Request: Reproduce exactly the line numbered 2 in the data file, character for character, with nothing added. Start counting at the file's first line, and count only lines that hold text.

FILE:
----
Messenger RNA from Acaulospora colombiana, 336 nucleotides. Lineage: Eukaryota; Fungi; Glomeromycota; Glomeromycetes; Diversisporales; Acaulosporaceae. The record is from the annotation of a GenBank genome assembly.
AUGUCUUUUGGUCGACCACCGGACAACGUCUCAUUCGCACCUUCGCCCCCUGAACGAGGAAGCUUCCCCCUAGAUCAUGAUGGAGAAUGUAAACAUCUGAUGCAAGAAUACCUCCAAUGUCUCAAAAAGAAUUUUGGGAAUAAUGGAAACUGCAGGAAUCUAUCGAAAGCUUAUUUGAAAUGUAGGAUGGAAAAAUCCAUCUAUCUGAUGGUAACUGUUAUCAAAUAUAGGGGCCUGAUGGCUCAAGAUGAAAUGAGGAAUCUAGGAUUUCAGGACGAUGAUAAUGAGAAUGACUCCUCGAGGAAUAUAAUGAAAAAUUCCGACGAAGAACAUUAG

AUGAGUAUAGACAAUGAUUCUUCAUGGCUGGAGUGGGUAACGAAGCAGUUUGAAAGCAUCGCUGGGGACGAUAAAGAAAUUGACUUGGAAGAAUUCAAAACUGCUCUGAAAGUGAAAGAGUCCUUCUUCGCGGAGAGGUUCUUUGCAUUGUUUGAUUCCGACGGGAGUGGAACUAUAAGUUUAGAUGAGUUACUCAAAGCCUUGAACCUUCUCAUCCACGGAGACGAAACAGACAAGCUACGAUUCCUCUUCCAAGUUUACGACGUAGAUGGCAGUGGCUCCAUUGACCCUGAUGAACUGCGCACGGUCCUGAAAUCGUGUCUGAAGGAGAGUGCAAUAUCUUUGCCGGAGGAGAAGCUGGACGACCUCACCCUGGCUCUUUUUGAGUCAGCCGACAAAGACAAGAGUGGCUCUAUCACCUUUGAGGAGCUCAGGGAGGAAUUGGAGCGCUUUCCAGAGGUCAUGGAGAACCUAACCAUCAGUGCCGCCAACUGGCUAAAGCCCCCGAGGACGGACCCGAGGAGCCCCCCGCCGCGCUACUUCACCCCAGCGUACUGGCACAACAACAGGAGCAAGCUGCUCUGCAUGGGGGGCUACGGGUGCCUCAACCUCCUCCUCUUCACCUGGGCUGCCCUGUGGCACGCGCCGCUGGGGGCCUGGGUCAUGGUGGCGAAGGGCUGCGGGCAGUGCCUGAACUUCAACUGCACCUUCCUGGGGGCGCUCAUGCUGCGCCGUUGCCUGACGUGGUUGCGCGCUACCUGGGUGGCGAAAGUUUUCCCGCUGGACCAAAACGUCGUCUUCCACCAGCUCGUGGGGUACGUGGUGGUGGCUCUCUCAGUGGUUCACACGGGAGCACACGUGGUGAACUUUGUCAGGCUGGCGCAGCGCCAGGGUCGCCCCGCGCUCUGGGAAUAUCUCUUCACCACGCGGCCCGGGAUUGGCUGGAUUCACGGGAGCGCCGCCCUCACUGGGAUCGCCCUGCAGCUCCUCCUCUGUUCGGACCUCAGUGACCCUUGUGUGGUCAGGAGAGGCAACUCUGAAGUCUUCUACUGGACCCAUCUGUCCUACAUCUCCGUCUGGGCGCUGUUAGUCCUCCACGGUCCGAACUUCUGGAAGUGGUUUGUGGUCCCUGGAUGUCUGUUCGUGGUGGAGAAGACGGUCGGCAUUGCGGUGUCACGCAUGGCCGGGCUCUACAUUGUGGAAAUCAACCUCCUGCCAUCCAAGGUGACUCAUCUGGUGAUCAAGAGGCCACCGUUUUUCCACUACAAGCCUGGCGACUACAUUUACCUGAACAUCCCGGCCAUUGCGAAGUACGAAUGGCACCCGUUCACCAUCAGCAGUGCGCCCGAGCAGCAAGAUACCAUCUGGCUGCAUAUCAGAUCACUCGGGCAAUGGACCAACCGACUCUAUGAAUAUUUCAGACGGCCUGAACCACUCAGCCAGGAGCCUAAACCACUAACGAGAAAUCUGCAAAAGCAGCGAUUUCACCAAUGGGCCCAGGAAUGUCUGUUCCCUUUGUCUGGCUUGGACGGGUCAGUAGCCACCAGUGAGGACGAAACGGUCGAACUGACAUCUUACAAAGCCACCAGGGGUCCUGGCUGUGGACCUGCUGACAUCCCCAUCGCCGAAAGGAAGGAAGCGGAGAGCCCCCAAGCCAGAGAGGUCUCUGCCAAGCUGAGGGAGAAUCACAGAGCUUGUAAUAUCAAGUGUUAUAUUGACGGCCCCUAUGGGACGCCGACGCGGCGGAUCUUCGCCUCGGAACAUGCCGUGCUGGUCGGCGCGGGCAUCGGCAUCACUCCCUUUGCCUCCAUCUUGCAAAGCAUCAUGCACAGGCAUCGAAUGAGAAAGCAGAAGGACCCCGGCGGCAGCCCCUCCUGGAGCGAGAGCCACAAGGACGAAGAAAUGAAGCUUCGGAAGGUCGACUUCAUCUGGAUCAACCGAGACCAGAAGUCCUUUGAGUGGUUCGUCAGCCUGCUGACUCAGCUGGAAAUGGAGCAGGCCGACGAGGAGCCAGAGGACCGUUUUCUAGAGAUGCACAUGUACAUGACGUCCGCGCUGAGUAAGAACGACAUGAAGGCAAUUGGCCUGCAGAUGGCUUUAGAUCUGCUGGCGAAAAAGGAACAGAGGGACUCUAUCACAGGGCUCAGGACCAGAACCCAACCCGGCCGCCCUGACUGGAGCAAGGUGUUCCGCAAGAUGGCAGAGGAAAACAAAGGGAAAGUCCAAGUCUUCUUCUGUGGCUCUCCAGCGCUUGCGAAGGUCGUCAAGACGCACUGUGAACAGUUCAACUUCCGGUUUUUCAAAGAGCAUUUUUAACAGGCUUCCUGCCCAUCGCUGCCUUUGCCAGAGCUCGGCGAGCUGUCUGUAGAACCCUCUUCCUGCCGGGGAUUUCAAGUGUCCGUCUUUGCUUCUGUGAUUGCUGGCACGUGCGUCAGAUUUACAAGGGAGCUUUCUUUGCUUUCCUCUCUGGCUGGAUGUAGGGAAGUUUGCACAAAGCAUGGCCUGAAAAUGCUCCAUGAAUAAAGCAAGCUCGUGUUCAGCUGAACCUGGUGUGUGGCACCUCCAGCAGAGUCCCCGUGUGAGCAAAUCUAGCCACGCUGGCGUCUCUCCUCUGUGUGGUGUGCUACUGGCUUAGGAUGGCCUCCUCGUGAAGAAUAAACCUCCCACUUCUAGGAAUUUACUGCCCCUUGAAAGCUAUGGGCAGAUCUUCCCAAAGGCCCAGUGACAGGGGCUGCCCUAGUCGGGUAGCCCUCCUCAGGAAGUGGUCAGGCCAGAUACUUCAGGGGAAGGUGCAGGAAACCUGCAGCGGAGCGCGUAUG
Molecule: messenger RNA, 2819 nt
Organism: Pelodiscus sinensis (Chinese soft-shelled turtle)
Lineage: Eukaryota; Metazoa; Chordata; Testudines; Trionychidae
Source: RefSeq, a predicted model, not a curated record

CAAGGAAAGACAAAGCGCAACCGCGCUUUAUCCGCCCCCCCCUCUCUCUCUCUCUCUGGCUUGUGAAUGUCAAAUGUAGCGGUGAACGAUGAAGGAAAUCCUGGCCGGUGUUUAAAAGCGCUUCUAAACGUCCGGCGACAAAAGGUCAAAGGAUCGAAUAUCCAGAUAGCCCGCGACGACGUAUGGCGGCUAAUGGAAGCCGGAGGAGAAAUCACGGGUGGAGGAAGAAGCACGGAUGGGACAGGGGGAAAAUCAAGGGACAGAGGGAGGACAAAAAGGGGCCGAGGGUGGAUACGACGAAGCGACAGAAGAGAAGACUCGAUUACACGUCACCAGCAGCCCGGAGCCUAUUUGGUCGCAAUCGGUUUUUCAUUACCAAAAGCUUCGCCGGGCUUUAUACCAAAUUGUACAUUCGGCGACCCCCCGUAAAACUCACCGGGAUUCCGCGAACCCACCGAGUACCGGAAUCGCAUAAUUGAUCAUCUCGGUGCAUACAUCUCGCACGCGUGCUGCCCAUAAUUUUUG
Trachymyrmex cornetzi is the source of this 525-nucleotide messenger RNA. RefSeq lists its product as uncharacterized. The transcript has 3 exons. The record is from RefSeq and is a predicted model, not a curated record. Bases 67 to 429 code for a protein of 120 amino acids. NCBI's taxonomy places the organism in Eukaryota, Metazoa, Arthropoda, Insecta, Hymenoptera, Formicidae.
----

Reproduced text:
AUGUCUUUUGGUCGACCACCGGACAACGUCUCAUUCGCACCUUCGCCCCCUGAACGAGGAAGCUUCCCCCUAGAUCAUGAUGGAGAAUGUAAACAUCUGAUGCAAGAAUACCUCCAAUGUCUCAAAAAGAAUUUUGGGAAUAAUGGAAACUGCAGGAAUCUAUCGAAAGCUUAUUUGAAAUGUAGGAUGGAAAAAUCCAUCUAUCUGAUGGUAACUGUUAUCAAAUAUAGGGGCCUGAUGGCUCAAGAUGAAAUGAGGAAUCUAGGAUUUCAGGACGAUGAUAAUGAGAAUGACUCCUCGAGGAAUAUAAUGAAAAAUUCCGACGAAGAACAUUAG